Cheers! 2018 Saw A Global Revolt Against ‘Climate Change Policies’
2018 SAW A GLOBAL REVOLT AGAINST CLIMATE CHANGE POLICIES
12:01 PM 12/31/2018 | ENERGY
By Michael Bastasch | Energy Editor
2018 saw a global revolt against policies aimed at fighting global warming
Australia, Canada, France and the U.S. have all seen push back against global warming policies
That included weeks of riots in France against planned carbon tax increases
Despite increasingly apocalyptic warnings from U.N. officials, 2018 has seen a number of high-profile defeats for policies aimed at fighting global warming. Politicians and voters pushed back at attempts to raise energy prices as part of the climate crusade.
It started in June with election of Ontario Premier Doug Ford. Ontario residents overwhelmingly voted Ford’s conservative coalition into power on a platform that included axing the Canadian province’s cap-and-trade program.
Ford said his first priority upon taking office would be to “cancel the Liberal cap-and-trade carbon tax.” Ford then joined a legal challenge led by Saskatchewan against Prime Minister Justin Trudeau’s policy of a central government-imposed carbon tax on provinces that don’t have their own.
Carbon tax opponents called Trudeau’s plan an attempt to “use the new tax to further redistribute income, which will increase the costs of this tax to the economy.”
Roughly ten thousand miles away in Australia another revolt was brewing. Prime Minister Malcolm Turnbull saw his power base crumble within days of failing to pass a bill aimed at reducing carbon dioxide emissions.
Ontario Premier Doug Ford speaks to the press following the First Ministers’ Meeting in Montreal
Ontario Premier Doug Ford speaks to the press following the First Ministers’ Meeting in Montreal, Quebec, Canada, December 7, 2018. REUTERS/Christinne Muschi.
Turnbull’s so-called National Energy Guarantee to reduce energy sector emissions was opposed by a group of conservative members of Parliament led by former Prime Minister Tony Abbott.
Turnbull tried to delay the vote on his climate bill in response to the opposition but was too late. Turnbull stepped down in late August and has since been replaced by Scott Morrison.
Back in the U.S., $45 million was being pumped into the battle over a Washington state carbon tax ballot measure. Democratic Gov. Jay Inslee, who has 2020 presidential ambitions, supported the measure though refiners, but other opponents outspent carbon tax supporters.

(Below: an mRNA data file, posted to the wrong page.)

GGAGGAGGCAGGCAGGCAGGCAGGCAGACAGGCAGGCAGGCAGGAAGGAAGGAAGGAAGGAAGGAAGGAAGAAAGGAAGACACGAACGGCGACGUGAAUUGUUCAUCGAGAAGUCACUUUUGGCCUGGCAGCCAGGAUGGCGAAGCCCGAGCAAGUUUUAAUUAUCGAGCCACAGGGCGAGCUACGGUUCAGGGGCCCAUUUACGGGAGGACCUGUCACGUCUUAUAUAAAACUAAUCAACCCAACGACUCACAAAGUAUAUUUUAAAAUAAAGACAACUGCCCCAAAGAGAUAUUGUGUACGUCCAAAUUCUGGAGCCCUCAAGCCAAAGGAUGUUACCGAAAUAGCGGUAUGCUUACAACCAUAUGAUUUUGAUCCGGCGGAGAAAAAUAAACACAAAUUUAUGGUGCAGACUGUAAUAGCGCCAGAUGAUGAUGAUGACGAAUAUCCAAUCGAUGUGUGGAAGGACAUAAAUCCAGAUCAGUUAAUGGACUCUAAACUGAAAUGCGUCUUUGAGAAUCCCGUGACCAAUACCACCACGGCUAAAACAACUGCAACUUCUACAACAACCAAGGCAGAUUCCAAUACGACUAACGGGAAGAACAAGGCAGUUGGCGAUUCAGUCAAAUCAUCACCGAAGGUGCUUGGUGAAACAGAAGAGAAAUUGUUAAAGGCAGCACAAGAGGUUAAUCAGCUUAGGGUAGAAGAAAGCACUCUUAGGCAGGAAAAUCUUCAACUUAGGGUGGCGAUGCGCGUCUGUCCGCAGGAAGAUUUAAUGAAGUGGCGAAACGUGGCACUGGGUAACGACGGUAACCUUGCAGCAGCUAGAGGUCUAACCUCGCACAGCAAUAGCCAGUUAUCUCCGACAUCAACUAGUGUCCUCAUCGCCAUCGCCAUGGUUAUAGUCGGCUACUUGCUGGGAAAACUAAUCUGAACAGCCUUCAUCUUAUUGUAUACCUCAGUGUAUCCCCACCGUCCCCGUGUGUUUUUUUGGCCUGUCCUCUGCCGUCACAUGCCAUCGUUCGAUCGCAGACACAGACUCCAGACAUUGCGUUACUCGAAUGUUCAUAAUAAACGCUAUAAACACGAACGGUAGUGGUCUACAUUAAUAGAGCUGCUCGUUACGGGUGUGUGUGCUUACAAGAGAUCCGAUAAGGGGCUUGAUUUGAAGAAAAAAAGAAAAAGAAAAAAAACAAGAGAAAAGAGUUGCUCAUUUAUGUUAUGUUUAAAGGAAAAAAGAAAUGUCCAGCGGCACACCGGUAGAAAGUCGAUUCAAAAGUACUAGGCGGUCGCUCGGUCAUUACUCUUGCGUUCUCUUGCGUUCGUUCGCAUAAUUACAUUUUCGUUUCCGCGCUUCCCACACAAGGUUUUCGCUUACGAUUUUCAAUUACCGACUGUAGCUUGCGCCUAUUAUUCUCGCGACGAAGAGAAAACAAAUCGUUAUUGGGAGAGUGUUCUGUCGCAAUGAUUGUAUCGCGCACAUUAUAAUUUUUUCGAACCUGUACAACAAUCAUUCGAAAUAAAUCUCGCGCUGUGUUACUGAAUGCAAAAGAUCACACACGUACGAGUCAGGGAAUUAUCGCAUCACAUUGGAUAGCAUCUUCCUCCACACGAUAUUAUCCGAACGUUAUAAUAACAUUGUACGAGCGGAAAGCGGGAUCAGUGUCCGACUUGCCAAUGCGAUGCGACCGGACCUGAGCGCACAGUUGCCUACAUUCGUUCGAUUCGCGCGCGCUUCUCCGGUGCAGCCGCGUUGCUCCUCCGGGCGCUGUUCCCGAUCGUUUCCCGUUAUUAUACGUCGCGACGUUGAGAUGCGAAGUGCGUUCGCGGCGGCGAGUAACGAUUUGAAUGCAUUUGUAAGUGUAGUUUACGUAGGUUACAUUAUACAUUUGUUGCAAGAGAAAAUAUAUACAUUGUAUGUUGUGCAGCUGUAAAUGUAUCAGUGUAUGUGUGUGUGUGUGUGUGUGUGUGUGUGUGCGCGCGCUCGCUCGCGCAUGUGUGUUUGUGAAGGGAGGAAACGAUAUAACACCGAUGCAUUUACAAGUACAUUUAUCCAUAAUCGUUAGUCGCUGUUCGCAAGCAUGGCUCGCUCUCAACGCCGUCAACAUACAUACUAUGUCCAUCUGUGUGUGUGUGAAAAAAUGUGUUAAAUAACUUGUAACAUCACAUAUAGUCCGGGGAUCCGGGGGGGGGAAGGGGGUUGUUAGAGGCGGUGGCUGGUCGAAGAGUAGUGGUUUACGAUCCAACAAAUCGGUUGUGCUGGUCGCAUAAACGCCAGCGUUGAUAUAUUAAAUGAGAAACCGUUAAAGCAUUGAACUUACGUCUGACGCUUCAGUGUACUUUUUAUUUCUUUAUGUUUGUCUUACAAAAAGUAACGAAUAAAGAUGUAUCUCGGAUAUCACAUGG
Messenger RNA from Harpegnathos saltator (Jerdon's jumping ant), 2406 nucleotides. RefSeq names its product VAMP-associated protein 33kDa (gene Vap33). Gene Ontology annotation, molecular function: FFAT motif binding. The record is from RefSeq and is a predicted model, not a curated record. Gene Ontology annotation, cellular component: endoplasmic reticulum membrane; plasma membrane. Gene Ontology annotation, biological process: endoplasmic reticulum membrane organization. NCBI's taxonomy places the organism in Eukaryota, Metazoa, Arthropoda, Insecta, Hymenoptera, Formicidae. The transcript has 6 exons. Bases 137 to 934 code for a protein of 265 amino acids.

The Inslee-backed measure called for taxing carbon dioxide emissions at $15 a ton in 2020, which would increase at $2 a year above the rate of inflation until the state meets its emissions goals. (RELATED: Greenpeace’s Iconic ‘Rainbow Warrior’ Ship Chopped Up On A Third-World Beach, Sold For Scrap)
However, Washington voters rejected the carbon tax measure in the November election despite Inslee’s support. It was the second time in two years that Washington voters rejected a carbon tax ballot initiative.
Washington Governor Jay Inslee speaks during a rally at the beginning of the March For Science in Seattle, Washington
Washington Governor Jay Inslee speaks during a rally at the beginning of the March For Science in Seattle, Washington, U.S. April 22, 2017. REUTERS/David Ryder.
The November elections also saw the defeat of a group of Republican lawmakers in the House Climate Solutions Caucus. Among those defeated was caucus co-chair Florida GOP Rep. Carlos Curbelo, who introduced carbon tax legislation in July.
Curbelo’s legislation called for a $23 per ton carbon tax that would primarily fund the Highway Trust Fund. Despite this, environmentalists funneled money to his Democratic challenger Debbie Mucarsel-Powell.
Shortly after the U.S. elections, it became clear trouble was brewing across the Atlantic in France. French President Emmanuel Macron’s economic reforms, which included planned fuel tax increases, were not winning over much of the population.
Macron spent years styling himself as a staunch supporter of efforts to tackle global warming, including the Paris agreement. Indeed, raising taxes on diesel and gasoline was part of Macron’s plan to meet France’s Paris accord pledge.
It backfired. Angered over the new carbon taxes on fuel, tens of thousands of protesters, called “yellow vests” for the vests drivers are required to have in their cars, took to the streets calling for an end to the taxes and for Macron to resign.
French President Emmanuel Macron attends a joint news conference with President of Burkina Faso Roch Marc Christian Kabore at the Elysee Palace in Paris
French President Emmanuel Macron attends a joint news conference with President of Burkina Faso Roch Marc Christian Kabore (not seen) at the Elysee Palace in Paris, France, December 17, 2018. REUTERS/Benoit Tessier/Pool.
Macron initially resisted, arguing France needed to do more to address global warming, but the French government capitulated in December and scrapped the planned tax increases. Macron also said he’d increase the minimum wage and begged companies to raise salaries, if possible.
Macron’s backpedaling on climate policy couldn’t have come at a worse time for the climate-conscious president. The U.N. annual climate summit was being held in Poland as Macron conceded to the “yellow vests.”
France’s carbon tax revolts sent a clear message to Democratic lawmakers across the Atlantic Ocean. Democrats will take control of the House in 2019 and want to make global warming a central part of their agenda.
Democrats and even environmentalists distanced themselves from carbon taxes in the wake of French riots. However, far-left Democrats are pushing “Green New Deal” legislation, which could become the largest expansion of government in decades.